Impact investing is an extension of socially responsible investing (SRI) but instead of adopting a ‘first do no harm’ approach to choosing stocks, it favours investments that make (or have the potential to make) a clear positive impact on society or on the environment.

Many successful investments have positive effects in terms of putting money into a local economy, increasing employment rates and so on.

But impact investment is about more than just the indirect benefits of investing and is effectively based just as much on the balance of benefits vs harm as it is on the balance of risk vs reward.

Impact investing and SRI

Socially responsible investment has been on the increase for a good number of years now and becomes increasingly significant in light of concerns surrounding climate change and carbon emissions, as well as social issues like workers’ rights.

These issues are grouped together under a general heading of ESG (Environmental, Social and Governance) and are among the risks investors must consider when deciding whether to buy into a specific stock or sector.

It is not always altruism that drives this consideration – there can be financial impacts due to negative perceptions of a particular industry, such as energy-intensive sectors with high carbon emissions, or products like tobacco that are associated with health hazards.

When a sense of altruism – of actually wanting to do some good outside of the direct financial return on investment – is brought into the decision making, investors go from SRI and ESG to full positive impact investing.

What’s the difference?

From an investor’s point of view, impact investing can make it more difficult to choose what to buy.

You still need to do all of the usual due diligence to make sure it’s a sensible investment in financial terms, but on top of that, you also need to be confident in the social or environmental benefit of the relevant business, service or product.

Calculating the balance between all of these things can be very personal, and you may have to sacrifice some of the biggest potential capital gains if a stock doesn’t stack up in terms of its positive impact.

Some of the same rules apply as with any ordinary portfolio though – such as the need to consider each opportunity in the wider context of your portfolio as a whole.

In this way, you can strike a broader balance and may find that multiple different investments can add up to achieve your overall objectives, even if no one stock is a perfect match for what you want to achieve.

The future of philanthropy

Not all impact investments will mean a loss of value. Increasingly, consumers’ expectations align with SRI, ESG and positive impact businesses.

Many older high net worth investors choose to put more of their life savings into philanthropic ventures, but again the positive impact is not always purely altruistic.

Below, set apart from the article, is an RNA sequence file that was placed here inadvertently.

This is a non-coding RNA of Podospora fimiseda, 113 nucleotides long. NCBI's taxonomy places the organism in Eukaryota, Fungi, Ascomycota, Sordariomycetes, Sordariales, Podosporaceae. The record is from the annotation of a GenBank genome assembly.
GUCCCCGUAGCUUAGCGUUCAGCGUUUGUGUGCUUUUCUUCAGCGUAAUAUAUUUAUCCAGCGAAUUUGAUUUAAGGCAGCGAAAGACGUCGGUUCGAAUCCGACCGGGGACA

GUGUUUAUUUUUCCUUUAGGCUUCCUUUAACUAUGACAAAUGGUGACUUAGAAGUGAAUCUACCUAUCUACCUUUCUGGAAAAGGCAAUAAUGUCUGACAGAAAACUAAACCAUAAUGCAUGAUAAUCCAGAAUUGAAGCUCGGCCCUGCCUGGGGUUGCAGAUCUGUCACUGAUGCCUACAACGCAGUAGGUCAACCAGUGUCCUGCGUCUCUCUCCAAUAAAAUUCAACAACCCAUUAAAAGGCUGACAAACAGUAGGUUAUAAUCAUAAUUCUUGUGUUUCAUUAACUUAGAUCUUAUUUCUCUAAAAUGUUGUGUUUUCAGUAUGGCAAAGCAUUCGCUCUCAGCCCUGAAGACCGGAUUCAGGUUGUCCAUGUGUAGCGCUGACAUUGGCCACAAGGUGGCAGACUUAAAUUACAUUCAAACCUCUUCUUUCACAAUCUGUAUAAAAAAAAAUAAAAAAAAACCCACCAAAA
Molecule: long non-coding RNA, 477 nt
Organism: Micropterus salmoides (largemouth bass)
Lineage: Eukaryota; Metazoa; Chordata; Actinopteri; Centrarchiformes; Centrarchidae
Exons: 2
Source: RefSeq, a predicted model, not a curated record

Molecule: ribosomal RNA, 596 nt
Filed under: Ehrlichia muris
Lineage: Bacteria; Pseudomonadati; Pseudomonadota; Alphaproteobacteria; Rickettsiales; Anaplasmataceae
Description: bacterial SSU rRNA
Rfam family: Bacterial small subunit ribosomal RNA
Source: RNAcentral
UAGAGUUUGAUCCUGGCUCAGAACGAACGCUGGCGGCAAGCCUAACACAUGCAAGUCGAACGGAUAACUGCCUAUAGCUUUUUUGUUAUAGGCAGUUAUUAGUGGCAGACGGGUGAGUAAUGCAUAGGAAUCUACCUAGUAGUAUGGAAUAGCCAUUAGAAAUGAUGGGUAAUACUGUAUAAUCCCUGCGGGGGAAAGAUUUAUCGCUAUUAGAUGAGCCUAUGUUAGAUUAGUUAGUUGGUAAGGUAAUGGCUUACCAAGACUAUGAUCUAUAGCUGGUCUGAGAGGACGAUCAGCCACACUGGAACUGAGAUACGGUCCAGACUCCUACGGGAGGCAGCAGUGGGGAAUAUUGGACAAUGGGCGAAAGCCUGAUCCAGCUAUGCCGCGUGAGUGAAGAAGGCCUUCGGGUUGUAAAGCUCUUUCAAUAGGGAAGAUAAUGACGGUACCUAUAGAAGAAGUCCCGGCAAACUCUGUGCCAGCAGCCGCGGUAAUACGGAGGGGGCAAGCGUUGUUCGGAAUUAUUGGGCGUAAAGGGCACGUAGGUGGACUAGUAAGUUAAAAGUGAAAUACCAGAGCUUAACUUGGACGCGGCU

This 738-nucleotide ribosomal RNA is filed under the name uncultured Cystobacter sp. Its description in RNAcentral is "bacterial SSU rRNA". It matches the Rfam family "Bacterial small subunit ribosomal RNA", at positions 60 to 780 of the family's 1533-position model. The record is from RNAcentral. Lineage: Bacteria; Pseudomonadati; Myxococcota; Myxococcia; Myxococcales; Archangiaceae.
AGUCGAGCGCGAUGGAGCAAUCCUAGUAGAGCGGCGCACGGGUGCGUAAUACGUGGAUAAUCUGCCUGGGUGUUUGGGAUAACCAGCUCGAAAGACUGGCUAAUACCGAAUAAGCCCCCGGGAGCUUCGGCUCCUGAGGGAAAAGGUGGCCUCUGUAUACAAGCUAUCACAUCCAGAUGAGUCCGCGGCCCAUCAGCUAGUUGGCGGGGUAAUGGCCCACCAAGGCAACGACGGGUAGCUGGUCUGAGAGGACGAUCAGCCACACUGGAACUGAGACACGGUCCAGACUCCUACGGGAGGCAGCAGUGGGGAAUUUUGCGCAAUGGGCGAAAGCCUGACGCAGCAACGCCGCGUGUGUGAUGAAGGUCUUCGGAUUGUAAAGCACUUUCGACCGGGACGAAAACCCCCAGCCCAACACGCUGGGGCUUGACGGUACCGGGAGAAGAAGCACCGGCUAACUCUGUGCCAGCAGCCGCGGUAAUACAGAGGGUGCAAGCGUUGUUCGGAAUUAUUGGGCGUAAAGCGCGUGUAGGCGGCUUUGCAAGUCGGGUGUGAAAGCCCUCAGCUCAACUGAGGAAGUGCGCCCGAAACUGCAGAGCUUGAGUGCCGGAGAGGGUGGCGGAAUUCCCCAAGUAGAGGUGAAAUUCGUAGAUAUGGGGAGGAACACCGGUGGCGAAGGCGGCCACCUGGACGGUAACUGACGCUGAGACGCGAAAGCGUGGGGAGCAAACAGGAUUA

An increasing number of for-profit organisations, including large multinational corporations, are attempting to ‘give something back’ by investing in positive impact ventures.

For individual investors, this increases the availability of dividend stocks and capital gains while also improving conditions in different economies and environments around the world.

One famous example of this is Google’s unofficial motto “Don’t be evil.” which has appeared in many of the company’s publications over the years and was echoed in parent corporation Alphabet Inc’s corporate code of conduct in 2015 as “Do the right thing.”

How to find impact investment opportunities

If you want to incorporate impact investing in your portfolio, there’s no specific way to do so.

As mentioned above, your individual values and priorities may differ from those of others, along with your desire to maximise return on investment or your willingness to compromise if doing so achieves a greater positive impact.

Some asset managers offer impact investment products, for example, the BNP Paribas Climate Impact Fund or RobecoSAM Global Gender Equality Impact Equities – two funds with very different and clearly defined impact priorities.

But you don’t have to buy into an investment product that explicitly identifies as an impact investment, as there may be others whose ESG policy is a good fit for your own ambitions.

The rise of impact investing

Despite increasing awareness of SRI and ESG, impact investing still accounts for only a small percentage of the $100 trillion of global assets under management – as little as 0.25% by some estimates.

But growth in recent years has been fast and a much larger proportion of the market upholds broader ESG and SRI principles, just without a stated aim of making a positive impact.

As much as a quarter of global assets under management are held in socially responsible investments governed by ESG policies – a clear indication of the extent to which impact investing could scale up in the very near future.

This is good news for impact-driven businesses, as it should mean more investors’ funds are available to put towards achieving their vision.

It’s also good news for investors, as a more mature mainstream impact investment market could make more lucrative opportunities available and provide more historical data to judge future investments against.

Finally, impact investment is inherently good for society, the environment and other such causes that benefit from the actions of the relevant business or corporation.

As consumer demand shifts attention increasingly to ethical and impact-driven organisations, this emerging opportunity is one that should prove mutually beneficial for companies, their investors and society as a whole.


Disclaimer: The information provided here is not investment, tax or financial advice. You should consult with a licensed professional for advice concerning your specific situation.